Question: How can I assess whether a tissue sample is a good candidate for Single Cell ATAC or Single Cell Multiome ATAC + Gene Expression assays?
Answer: When isolating nuclei from frozen whole tissue, it is not possible to directly assess cell viability prior to nuclei isolation. Therefore understanding the sample’s source, handling, and storage conditions are critical to determining whether it is of sufficient quality for single cell analysis.
The following table outlines the impact of sample/nuclei quality on several aspects of final data quality:
|RNA Integrity*||Ambient RNA/low GEX data complexity*||Chromatin structure/ ATAC data quality|
|Is ______ impacted by input sample quality?||Yes - dead/dying cells, RNase activity||Yes - dead/dying cells, RNase activity||Yes - dead/dying cells, prolonged -80°C storage, NETs|
|Is ______ impacted by nuclei quality?||No, as long as recommended RNase inhibitor is used||Yes - overlysed nuclei leak transcripts||Yes - overlysed nuclei can have reduced chromatin structure|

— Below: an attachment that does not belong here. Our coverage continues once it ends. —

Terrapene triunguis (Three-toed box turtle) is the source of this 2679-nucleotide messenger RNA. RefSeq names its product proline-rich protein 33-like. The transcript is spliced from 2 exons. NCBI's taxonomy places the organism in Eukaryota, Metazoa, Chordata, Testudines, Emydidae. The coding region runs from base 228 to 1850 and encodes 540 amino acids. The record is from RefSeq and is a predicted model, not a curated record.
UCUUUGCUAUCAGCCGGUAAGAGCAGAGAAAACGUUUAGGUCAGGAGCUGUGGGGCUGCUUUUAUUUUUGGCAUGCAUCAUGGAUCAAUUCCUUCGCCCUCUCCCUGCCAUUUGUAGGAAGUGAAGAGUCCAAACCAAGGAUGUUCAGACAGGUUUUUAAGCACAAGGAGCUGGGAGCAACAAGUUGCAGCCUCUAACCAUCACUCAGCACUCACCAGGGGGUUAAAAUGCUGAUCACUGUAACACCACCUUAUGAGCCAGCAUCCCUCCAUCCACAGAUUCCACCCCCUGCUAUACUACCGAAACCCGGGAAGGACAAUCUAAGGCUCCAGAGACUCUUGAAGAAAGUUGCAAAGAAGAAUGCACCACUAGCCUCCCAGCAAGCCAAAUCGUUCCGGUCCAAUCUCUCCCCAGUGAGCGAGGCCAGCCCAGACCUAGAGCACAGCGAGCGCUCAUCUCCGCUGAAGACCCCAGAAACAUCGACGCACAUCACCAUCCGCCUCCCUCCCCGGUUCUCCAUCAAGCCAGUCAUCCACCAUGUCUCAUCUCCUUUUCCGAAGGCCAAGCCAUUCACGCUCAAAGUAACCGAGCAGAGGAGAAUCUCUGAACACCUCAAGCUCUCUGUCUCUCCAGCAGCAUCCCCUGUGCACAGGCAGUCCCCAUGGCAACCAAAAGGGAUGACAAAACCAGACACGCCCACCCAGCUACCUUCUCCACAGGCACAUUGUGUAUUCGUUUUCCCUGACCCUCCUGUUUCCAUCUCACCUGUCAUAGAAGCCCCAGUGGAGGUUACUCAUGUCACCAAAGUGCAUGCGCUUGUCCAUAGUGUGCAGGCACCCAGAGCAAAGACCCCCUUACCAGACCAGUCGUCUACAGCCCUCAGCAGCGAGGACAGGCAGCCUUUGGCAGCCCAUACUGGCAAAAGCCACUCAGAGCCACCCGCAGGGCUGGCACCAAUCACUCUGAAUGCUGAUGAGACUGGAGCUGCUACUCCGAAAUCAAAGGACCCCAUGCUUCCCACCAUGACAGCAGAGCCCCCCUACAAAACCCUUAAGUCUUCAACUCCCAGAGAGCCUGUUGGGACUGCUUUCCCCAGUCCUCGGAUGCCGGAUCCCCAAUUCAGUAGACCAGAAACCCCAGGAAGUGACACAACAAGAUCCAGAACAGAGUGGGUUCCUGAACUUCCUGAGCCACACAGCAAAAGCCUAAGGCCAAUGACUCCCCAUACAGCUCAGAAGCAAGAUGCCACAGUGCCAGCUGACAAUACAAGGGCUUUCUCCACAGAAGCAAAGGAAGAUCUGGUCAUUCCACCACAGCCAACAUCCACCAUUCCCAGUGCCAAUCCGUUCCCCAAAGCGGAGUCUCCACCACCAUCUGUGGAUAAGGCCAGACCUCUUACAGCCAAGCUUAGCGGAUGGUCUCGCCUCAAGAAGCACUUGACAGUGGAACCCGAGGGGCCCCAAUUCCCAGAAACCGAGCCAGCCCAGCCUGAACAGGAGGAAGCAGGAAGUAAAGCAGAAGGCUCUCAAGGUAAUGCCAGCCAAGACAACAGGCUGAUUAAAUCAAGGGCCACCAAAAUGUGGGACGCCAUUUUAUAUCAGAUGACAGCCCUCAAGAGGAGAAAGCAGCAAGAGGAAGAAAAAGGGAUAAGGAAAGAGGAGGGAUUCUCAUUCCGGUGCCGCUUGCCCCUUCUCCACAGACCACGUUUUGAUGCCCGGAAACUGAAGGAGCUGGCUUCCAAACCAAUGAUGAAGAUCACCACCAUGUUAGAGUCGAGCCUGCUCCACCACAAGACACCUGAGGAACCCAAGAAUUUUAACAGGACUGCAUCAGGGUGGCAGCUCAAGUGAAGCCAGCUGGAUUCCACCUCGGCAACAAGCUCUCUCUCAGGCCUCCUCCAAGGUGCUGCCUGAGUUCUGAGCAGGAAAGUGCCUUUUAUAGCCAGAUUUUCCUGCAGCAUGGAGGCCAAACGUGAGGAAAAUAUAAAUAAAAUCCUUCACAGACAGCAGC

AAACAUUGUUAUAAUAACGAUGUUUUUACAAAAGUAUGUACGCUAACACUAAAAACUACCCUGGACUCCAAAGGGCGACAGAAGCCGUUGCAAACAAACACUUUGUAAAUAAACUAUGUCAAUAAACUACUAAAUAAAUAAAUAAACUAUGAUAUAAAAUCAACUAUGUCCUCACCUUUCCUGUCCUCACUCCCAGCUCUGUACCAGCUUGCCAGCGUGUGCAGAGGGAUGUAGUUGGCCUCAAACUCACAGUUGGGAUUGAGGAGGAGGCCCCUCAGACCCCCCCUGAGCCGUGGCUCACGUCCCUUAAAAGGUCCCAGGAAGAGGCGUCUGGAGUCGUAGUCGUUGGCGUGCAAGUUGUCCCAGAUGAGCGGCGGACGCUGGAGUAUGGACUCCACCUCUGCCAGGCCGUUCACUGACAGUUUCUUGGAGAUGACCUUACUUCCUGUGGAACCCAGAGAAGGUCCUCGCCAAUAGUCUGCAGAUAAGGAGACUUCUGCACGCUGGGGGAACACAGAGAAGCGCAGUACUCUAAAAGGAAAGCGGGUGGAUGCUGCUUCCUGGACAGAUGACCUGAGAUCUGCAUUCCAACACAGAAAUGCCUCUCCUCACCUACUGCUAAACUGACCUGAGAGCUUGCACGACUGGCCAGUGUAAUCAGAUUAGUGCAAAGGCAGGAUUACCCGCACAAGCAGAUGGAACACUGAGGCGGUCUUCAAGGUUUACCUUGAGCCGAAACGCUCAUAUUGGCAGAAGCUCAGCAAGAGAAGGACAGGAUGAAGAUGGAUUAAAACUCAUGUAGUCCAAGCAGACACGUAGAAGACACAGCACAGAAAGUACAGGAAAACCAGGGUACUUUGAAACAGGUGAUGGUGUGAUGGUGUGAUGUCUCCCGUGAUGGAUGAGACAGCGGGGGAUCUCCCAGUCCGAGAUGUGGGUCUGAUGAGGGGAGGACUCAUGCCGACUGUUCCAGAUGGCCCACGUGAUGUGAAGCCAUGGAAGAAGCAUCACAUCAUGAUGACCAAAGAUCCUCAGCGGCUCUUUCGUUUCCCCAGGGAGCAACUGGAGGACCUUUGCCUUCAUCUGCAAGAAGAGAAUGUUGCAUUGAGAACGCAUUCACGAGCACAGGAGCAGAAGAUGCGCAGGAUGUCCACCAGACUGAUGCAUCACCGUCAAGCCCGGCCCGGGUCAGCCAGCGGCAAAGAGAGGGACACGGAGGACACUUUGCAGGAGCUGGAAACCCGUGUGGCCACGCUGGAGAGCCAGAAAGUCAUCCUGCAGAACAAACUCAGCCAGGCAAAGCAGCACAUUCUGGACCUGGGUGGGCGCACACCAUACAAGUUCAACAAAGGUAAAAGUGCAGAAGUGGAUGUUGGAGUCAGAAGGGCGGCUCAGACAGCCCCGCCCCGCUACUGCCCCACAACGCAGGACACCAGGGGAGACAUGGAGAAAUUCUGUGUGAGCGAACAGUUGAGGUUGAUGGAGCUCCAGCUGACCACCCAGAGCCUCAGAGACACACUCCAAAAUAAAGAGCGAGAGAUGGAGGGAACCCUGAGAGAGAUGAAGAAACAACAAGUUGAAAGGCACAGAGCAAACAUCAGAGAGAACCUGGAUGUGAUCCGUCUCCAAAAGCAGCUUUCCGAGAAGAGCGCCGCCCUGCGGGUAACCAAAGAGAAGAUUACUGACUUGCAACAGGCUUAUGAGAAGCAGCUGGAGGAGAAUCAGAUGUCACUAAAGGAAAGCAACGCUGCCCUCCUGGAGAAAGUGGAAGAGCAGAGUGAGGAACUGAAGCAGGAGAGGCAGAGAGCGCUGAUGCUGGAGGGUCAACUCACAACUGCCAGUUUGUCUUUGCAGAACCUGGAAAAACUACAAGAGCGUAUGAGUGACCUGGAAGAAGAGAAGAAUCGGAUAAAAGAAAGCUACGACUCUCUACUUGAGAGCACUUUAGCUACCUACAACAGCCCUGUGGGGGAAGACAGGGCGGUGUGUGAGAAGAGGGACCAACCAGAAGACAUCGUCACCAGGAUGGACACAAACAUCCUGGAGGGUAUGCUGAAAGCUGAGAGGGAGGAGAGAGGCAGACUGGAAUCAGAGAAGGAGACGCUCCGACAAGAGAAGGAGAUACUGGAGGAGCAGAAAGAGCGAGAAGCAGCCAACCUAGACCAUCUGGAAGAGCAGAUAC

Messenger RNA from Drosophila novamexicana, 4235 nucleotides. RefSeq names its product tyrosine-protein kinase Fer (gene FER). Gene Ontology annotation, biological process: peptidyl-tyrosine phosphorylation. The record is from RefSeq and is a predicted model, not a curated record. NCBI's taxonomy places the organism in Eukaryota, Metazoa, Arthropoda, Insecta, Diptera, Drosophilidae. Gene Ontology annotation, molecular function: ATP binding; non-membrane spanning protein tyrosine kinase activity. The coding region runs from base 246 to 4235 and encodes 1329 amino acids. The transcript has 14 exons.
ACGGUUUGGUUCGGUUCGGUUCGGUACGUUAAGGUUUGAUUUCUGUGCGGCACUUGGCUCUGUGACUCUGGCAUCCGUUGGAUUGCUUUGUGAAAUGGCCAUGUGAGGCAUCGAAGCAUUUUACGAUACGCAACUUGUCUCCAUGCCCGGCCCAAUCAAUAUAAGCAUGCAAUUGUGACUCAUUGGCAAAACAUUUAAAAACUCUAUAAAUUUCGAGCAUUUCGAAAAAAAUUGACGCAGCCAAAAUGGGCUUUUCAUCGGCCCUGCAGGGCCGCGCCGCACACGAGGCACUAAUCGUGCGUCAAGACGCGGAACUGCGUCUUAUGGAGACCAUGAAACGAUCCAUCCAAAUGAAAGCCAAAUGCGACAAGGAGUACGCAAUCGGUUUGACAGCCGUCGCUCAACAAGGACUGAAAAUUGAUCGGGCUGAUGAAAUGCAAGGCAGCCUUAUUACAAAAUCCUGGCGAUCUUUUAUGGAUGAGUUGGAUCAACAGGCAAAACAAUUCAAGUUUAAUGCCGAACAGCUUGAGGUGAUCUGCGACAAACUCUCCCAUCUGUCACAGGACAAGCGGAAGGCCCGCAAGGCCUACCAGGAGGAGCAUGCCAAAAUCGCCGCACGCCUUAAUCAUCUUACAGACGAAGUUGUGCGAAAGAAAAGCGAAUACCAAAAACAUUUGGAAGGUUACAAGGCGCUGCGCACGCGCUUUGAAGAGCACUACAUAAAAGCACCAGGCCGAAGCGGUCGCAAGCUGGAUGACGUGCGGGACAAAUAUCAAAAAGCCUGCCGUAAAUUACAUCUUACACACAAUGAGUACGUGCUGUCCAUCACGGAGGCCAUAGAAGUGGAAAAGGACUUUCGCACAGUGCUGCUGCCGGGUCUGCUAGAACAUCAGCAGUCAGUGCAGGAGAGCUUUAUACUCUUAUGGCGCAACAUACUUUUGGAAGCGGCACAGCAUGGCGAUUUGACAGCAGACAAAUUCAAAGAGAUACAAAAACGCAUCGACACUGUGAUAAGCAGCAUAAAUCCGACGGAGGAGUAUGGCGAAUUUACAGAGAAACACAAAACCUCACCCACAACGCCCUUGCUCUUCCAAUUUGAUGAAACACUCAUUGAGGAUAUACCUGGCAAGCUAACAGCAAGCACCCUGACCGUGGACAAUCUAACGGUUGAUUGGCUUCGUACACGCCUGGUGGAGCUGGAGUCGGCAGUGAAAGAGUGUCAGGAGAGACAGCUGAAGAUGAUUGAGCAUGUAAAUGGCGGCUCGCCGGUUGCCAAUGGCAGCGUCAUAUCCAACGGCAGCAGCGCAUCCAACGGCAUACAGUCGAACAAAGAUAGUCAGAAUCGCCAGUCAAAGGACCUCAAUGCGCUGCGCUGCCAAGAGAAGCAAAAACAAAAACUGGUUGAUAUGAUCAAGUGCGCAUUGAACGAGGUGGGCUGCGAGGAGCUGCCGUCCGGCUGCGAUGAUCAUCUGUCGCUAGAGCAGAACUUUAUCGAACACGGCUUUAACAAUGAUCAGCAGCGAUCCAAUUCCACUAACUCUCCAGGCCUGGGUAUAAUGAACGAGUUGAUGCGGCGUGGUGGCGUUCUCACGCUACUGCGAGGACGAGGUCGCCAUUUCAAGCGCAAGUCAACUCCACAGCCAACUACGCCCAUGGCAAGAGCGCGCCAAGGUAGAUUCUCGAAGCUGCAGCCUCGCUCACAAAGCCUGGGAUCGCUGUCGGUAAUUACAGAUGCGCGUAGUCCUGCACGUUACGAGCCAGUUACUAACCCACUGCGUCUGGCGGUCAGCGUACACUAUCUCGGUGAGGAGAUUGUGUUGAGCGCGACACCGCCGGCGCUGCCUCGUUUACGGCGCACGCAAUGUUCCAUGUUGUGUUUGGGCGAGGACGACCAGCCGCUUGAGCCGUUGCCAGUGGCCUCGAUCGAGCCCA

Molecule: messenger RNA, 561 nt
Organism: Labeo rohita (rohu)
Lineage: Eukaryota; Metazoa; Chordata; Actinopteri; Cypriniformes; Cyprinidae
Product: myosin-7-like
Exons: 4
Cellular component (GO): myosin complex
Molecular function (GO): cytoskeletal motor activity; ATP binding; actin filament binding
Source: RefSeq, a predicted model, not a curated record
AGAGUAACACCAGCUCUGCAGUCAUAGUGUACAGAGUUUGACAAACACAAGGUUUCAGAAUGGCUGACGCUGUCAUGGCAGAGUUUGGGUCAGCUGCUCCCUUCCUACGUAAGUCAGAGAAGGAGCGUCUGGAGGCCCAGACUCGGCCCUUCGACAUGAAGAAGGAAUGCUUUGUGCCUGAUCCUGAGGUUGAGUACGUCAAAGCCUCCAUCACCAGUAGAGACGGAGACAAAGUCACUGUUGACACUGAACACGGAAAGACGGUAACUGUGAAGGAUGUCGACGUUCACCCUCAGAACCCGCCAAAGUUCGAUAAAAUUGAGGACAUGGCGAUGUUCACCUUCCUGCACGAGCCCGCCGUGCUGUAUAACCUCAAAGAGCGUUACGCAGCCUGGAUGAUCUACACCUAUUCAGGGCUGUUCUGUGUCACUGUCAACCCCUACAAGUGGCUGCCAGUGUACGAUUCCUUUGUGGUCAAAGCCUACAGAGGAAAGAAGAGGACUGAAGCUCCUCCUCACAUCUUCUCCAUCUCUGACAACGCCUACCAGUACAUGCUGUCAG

|Can ______ be screened before an assay?||In principle, RIN score (not validated and no recommended cutoff)||Currently no validated method||Currently no validated method|
* RNA integrity and ambient RNA/low GEX data complexity will only impact the Single Cell Multiome ATAC + Gene Expression assay.
It is possible to have high quality GEX data and poor quality ATAC data, or vice versa, and there is not a validated method to assess chromatin structure prior to running an assay. Understanding whether a tissue is of high quality (high expected cell viability, rapid processing from collection to nuclei isolation/snap-freezing, storage in liquid nitrogen, etc.) will best position users to generate high quality data. Tissues of lower or unknown quality have increased risk of poor data quality including reductions in chromatin structure that are not detected before running an assay.
Products: Single Cell Multiome ATAC+GEX, Single Cell ATAC